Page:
However, with the changing demographics of the United States, positions for health-related interpreters have expanded and are now needed across the country, from Connecticut to Washington State, from Wisconsin to Massachusetts.
Along with the expanded job prospects for medical interpreters is also an expanded work role for those in this profession. It used to be that interpreters would be strictly limited to performing interpreting tasks; however, nowadays interpreters working in hospitals, medical institutions, and health-related call centers would do well to have more than interpretation skills under their belt.
Not only is the competition more intense (especially for Spanish language interpreters), but also need to be proficient with data entry skills, have some management experience, and be a consummate team player. In addition, most hospitals and medical establishments don't separately hire interpreters and translators, but rather rely on the one hired for the position to perform both roles. So a language-professional should be comfortable performing both functions.
If you're interested in becoming an interpreter in the medical field, there are some things you can do to better prepare to land a position.
In a quick search on a job site, I found the following position being advertised for a Spanish interpreter position at a hospital in Atlanta:
Most of the interpreter jobs online have at a minimum these qualifications. The important thing is to try and have more than just the bare minimum when you apply for a job like this.
For example, if you knew a third language like Portuguese, you would be that much more valuable and hirable. In addition, having some previous experience in the medical field, even if it's not as a translator or interpreter, would also be highly favorable.
Another site had the following description for a medical interpretation position:
Medical interpreters work with non-English speaking patients in the hospital and physician's offices clinics. You will act as a conduit between patients and medical professionals by listening to the professional and orally translating information into a patient's native language in layman's terms. The Medical Interpreter will then translate the patient's response back to the professional, using proper medical terminology. You may translate such information as the reason for a medical visit, past medical history and family medical history, as well as explaining medical and surgical procedures, giving medical care instructions, providing drug information and scheduling follow-up appointments.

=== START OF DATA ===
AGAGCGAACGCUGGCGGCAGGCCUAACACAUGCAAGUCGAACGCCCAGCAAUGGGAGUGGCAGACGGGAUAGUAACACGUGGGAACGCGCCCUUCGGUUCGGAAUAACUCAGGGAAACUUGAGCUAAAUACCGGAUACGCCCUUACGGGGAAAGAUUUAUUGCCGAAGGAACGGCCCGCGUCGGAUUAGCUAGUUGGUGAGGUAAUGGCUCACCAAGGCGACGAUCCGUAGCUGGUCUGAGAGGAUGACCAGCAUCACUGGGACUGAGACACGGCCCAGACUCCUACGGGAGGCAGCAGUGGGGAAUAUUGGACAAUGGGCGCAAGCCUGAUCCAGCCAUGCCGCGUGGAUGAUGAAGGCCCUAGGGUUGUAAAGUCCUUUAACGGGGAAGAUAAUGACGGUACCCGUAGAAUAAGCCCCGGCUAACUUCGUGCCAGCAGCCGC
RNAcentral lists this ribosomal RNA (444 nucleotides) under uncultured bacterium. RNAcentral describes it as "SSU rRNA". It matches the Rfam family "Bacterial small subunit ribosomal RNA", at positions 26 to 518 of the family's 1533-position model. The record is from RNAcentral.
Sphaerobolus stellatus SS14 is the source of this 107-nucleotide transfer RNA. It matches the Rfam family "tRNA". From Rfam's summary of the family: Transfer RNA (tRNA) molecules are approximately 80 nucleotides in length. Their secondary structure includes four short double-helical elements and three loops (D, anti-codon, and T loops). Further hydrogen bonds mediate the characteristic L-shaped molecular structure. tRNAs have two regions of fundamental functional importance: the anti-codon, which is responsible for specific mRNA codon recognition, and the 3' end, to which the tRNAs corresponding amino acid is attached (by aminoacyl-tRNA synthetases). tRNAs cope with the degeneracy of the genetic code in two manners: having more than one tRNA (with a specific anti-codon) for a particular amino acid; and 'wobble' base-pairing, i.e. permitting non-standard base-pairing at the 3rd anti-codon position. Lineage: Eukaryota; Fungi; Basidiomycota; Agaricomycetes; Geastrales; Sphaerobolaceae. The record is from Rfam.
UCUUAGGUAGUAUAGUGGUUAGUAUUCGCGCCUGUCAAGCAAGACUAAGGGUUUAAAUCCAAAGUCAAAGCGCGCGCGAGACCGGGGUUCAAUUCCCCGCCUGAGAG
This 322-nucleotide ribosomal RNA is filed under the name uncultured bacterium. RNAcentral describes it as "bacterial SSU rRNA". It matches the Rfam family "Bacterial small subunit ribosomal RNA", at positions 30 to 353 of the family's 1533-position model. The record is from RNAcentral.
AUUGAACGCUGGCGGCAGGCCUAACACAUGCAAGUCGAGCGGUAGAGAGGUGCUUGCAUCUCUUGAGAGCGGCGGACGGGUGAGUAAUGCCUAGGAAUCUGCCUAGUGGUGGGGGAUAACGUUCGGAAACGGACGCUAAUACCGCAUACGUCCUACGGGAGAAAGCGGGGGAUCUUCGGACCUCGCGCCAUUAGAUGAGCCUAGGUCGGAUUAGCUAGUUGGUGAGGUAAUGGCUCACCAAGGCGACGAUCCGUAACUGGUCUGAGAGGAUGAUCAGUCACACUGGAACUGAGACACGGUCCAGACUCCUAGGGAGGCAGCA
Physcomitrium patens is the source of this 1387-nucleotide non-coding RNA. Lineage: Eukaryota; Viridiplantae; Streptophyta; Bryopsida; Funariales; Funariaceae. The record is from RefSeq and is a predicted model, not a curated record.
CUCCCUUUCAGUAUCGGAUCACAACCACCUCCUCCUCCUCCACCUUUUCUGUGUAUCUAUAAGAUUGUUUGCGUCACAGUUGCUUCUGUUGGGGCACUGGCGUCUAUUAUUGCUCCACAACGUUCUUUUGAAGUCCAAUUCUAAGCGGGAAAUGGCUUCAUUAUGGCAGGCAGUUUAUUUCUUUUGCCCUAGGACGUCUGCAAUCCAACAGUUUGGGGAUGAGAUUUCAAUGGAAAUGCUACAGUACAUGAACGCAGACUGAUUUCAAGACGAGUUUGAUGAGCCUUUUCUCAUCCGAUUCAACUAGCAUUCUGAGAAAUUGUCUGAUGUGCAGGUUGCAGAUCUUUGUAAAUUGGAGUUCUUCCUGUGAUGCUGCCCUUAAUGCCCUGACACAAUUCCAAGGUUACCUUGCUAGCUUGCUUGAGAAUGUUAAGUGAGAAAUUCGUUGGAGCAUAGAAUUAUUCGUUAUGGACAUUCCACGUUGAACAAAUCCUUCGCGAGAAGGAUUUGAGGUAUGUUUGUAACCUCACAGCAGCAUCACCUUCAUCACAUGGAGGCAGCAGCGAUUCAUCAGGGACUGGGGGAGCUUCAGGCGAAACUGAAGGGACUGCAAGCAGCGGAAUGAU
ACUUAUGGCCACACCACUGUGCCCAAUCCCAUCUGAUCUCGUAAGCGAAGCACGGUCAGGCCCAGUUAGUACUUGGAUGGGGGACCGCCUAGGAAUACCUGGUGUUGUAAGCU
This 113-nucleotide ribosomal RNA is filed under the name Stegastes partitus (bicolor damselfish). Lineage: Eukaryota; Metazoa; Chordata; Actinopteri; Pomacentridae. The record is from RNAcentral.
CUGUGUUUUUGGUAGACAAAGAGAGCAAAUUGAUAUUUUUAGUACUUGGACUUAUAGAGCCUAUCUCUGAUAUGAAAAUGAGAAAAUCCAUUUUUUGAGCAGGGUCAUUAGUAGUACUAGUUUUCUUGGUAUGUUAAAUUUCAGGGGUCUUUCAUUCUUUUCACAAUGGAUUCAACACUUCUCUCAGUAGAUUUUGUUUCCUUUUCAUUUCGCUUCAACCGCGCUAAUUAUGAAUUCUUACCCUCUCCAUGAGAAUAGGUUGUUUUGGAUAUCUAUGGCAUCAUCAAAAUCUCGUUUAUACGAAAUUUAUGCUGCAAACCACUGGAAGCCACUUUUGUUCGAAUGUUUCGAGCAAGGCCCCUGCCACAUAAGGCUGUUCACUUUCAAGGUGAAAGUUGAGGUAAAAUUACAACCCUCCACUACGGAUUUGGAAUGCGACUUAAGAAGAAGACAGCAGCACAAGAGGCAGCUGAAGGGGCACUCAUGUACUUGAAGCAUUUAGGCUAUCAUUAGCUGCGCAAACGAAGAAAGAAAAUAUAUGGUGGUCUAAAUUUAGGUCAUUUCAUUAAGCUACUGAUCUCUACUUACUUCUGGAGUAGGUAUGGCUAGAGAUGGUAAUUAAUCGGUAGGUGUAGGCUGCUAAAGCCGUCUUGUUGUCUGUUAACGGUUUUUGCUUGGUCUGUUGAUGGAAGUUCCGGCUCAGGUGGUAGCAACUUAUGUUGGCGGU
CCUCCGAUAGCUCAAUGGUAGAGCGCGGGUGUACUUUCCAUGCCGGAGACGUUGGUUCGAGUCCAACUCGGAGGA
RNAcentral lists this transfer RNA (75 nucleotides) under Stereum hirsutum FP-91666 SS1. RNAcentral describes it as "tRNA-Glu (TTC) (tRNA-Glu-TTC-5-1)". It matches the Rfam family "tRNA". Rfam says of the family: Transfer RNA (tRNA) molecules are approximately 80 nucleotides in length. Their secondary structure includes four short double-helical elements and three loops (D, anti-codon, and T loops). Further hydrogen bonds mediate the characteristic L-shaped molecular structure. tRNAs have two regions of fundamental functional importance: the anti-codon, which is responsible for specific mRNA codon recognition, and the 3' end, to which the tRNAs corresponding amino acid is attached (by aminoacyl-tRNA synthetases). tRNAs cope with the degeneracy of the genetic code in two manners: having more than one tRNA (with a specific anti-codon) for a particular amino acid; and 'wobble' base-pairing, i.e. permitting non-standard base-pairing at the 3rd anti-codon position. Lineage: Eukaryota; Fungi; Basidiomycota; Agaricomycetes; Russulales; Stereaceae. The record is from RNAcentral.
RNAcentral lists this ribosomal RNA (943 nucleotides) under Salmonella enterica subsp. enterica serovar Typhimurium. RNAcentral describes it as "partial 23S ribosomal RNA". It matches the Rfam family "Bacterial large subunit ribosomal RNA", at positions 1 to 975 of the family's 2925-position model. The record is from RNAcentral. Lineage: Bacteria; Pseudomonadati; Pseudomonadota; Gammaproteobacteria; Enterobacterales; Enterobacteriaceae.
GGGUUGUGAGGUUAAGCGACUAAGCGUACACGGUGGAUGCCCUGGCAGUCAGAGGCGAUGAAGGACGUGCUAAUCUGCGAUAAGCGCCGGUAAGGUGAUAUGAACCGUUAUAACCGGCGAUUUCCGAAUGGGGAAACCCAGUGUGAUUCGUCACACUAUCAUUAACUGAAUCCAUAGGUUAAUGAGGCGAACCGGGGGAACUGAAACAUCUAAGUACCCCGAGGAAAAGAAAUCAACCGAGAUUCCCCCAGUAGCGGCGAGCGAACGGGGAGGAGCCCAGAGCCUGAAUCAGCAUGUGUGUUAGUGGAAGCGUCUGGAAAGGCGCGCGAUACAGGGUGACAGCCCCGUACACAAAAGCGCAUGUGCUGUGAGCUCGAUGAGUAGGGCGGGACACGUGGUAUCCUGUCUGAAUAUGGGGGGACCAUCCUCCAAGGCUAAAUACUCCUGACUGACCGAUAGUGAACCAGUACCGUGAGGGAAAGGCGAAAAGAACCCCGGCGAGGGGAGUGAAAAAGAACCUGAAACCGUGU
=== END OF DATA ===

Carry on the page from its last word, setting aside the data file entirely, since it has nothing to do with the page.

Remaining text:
I highlighted the portion above to show that while interpreters usually interpret word for word, in the medical field interpretation does not merely happen from one language to another, but also involves interpreting registers: a higher medical-focused register to one that is more understandable by the patients.
In order to serve hospital clients, interpreters also need to have certain useful skills that aren't necessarily quantified through training classes or education degrees.
One of the most important traits of a good hospital interpreter is their bedside manner. In study after study, research shows that the number one trait that patients use to judge doctors and nurses is how they treat the patients. Not necessarily their medical knowledge. With interpreters it's going to be the same.
The patient that doesn't speak English and can't directly communicate with the doctor or nurse might feel reserved when it comes to explaining symptoms or describing any medical issues. This can happen even through an intermediary like an interpreter. And the last thing a doctor or nurse wants is to try and help a patient that isn't willing to provide all the information necessary to receive adequate treatment.
On the flip side, interpreters not only need to be comfortable making patients feel at ease, but also need to be confident and comfortable when transmitting information to doctors and nurses.
Along with good bedside manners and proficient language and interpretation skills, a medical interpreter also needs to have a cultural understanding of the client base he or she is serving.
It is well known that we all have taboos and biases when it comes to discussing certain topics, especially topics that can arise during medical discussions. Because of those taboos, some patients will be uncomfortable when talking about certain things, and could possibly be even more nervous when having to discuss those problems through a third party such as an interpreter.
Interpreters can ease patients' anxiety by establishing a good relationships so that everything that needs to be communicated will be communicated to the doctor or nurse. This is the most important step for finding the right diagnosis and treatment for someone who needs the help of a medical interpreter.